Day: June 13, 2013

An Evening Walk

I went for a walk during the hour of fireflies in the hope that I would be able to capture one in a picture. The fireflies were very obliging, the hovered right in front of my camera more than once, but sadly my skill is lacking. I have dozens of shots of blurry ground or blurry fireflies. So I turned my lens toward some less mobile targets.

This fern caught my eye because it was growing six feet up on the side of a tree. I wondered how big it would get over the course of the summer or if it would always be a tiny thing.

As I walked, I saw lots of evidence that this is a tended forest. Trees that fall across the paths were cut into logs and cleared. I loved the contrast in color between the bark and the heart wood.

This cluster of flowers was no bigger than my thumb, but still lovely.

The small details of this world are amazing.

On the Thursday of a Writers Retreat

The walk along the creek here at Woodthrush Woods is familiar to me, but it feels different than it did in September. In the fall the trees were distinct and individual. I noticed mushrooms and the textures of bark. In June these things are obscured by fresh green growth and somehow the trees feel more like a backdrop. I walk the trails anyway, waiting to see what might catch my eye. Mostly I just get a sense of welcome. In no legal way do I have ownership over this forest. I am a guest who has been fortunate enough to be invited twice. Yet in some unmeasurable way it feels like this forest belongs to me, or perhaps I belong to it. The trees, plants, and land must stay here when I return to Utah, yet I take something home with me.

Howard and I walked together by the creek when the fireflies were out. They turned out to be more abundant on the lawns, but the creek walk was lovely on its own. We saw a pair of snapping turtles in the deep, slow portion of the creek. They’d not been there during the day. We only saw them because they swam away from us to hide under the roots of a tree by the bank. We walked through a spiderweb on the trail back. This was not unusual, but this one stuck itself to the front of Howard’s glasses. It could be seen there, glistening threads in a classic web pattern. Hopefully the spider leaped to safety. I have no argument with forest spiders. They can eat all the mosquitoes.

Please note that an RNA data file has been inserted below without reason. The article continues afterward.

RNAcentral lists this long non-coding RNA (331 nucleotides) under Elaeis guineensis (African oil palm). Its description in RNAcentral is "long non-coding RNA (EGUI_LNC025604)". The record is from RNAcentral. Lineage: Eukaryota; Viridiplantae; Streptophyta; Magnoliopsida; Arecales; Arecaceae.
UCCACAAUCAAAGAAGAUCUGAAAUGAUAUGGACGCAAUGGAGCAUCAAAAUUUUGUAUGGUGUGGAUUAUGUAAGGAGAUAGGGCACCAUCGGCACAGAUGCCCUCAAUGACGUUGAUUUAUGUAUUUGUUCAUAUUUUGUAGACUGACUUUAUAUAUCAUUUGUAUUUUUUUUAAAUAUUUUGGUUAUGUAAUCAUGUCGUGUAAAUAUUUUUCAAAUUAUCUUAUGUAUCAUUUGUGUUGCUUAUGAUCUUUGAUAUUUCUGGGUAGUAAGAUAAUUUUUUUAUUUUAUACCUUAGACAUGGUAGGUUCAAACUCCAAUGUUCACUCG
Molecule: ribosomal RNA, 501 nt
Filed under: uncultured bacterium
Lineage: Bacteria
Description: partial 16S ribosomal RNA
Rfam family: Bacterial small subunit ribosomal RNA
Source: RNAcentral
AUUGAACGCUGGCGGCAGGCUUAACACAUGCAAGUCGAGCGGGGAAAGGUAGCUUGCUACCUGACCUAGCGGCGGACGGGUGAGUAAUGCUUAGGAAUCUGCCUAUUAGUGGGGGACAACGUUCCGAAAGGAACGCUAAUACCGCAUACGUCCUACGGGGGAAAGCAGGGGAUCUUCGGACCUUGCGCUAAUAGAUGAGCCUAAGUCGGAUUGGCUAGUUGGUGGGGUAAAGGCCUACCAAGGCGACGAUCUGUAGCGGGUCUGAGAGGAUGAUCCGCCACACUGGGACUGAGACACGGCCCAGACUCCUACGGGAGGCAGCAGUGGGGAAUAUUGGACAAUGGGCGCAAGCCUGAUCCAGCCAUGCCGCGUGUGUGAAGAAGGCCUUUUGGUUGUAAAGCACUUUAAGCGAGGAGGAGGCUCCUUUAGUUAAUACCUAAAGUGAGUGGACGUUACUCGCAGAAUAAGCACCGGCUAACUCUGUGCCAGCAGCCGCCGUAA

I am so glad to have Howard here, that he’s being able to do some writing despite the annoying computer he has as a writing machine. I have thus far done very little writing. Instead I have spent most of my energy as support crew, putting out food, putting away food, washing dishes, running laundry, and going grocery shopping. The spaces have been occupied with business email, conversations with my kids, and catching up on the sleep I missed during my travel delays. I still have time ahead of me in which I can write, but only a day or so of it. My trip is shorter on both ends than I would have preferred. It is what it had to be, but some other year I hope to come early and stay late. All signs point to there being another year during which I’ll be invited. I am glad. The company is excellent and I love this forest.


I saw the first on out of the corner of my eye, like a spark rising from a fire which then went out. I watched where I’d seen it until it flashed again. A firefly, two actually, had begun their evening dance. They surprised me because I thought I’d have to go walking by the creek to see them. Instead they hovered in open spaces all around the house, flapping almost invisibly until deciding to light and rise up five or six inches. I know that such sights are common to those who live in the Eastern US. They’re like cardinals, which are common here and do not exist in the Western states where I’ve always lived. I sat while one fly hovered a mere five inches from my elbow. His wings were a blur of effort to keep him airborne, his legs dangled above his abdomen which pointed at the ground. He was a tiny, quiet bug and then he lit and I began to understand why people might believe in fairies.

I don’t really know what I expected of fireflies. I suppose I thought they would be in the bushes and trees, like twinkle lights from Christmas decorations. Even though I’ve heard the phrase “fireflies dancing” I somehow still pictured them lighting up from hiding places. They did not hide, instead they shone from wherever they were, for all the world to see. Then the light would go out and the quiet little bug would move to another spot to shine again. I think these fireflies are among my favorite things. I wish I had the photography skills to capture one of these little flies. I would love to capture, not just the beauty of the light, but also the hovering diligence of the bug who is only bright occasionally. The fireflies work so hard to create this beauty and they will never know that I am inspired by it.